The Martial Art of Kendo
We’ve spent a lot of the last few months talking about different martial arts – karate, tae kwon do, kickboxing, and so on – but for the most part, those have all focused on disciplines that prioritize body movement over weapons. While some, like ninjustsu, allow for the use of weapons like staffs, the majority of the training is on how to strike, block, and counter with your own body. Today let’s talk about a martial art that goes the other way: the Japanese school of kendo.
Kendo came together over the last few centuries, descended from kenjutsu – the expert swordsmanship and techniques of samurai and other fighters in feudal Japan. It emphasizes the quick motion and strikes of swordfighting, while also teaching how to effectively block your opponent from hitting you in return. It takes many years of practice to master, and requires intense training to reach the physical fitness necessary to wield and move the weapons properly, while maintaining the correct footwork for the style.
Historically, kendoka (practitioners of the sport) used real swords, but beginning as far back as the 1700s, that has changed in favour of using bamboo or wooden swords, called shinai or bokuto, respectively. And similar to modern fencing, its participants have special protective gear to protect their heads, body, and arms, a tradition that has been in place since the 17th century. This includes a head, shoulder and throat covering, made of leather and fabric, with a metal grille over the face; a hard leather breastplate to protect the torso; three thick fabric flaps for the groin and waist; and finally, a pair of long, thick cotton gloves for the hands and forearms. Based off the traditional outfits of samurai fighters, this equipment became a key part of the kendo style.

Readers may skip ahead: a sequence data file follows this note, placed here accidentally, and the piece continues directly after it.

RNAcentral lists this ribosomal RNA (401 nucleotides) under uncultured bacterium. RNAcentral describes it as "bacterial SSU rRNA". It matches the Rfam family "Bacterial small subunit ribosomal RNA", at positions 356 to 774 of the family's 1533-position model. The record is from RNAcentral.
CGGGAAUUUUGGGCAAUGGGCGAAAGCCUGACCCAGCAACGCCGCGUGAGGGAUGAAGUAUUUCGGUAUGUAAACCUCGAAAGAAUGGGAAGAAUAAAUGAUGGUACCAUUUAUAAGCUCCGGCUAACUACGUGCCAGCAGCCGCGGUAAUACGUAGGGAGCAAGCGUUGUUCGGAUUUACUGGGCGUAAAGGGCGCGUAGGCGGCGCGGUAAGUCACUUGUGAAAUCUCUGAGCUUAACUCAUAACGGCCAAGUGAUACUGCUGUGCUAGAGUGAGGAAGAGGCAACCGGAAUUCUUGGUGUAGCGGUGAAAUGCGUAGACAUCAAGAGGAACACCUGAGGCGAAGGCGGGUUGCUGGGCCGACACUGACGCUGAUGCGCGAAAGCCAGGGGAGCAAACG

In competitions, the only way to score points is to hit your opponent in one of those areas – the head or throat, the wrists, or the body. Any hit on an unarmoured area does not count. Thus, learning how to properly manoeuvre with the sword for strikes and counterstrikes is the foundation for every kendo student – techniques known as kata.
Getting used to the sword movements and reactions, and being adept enough to predict what to do next, takes years of practice – and the grading system reflects that, with more than ten skill levels noted. At age 13, a kendoka can be admitted to the first true grade, 1-dan (before that they are considered as kyu, which itself has 6 levels). To reach the next dan after that, increasing years of practice are needed, and no student can get to the highest level if they are younger than 46 years old. At minimum, 31 years of practice are needed to ascend to the level of 8-dan!
If you have always admired the effortless swordwork of Japanese masters, and you want to become exceptional at hand-eye coordination, anticipation of strikes, and counter-attacks with a weapon, kendo could be a lifelong journey of constant growth for you. As with any martial art, it has its benefits and advantages, and it keeps its learners active, disciplined, and focused in their lives. Whether you’re doing kung fu, kendo, or karate, that is the first step towards a meaningful and well-lived life!
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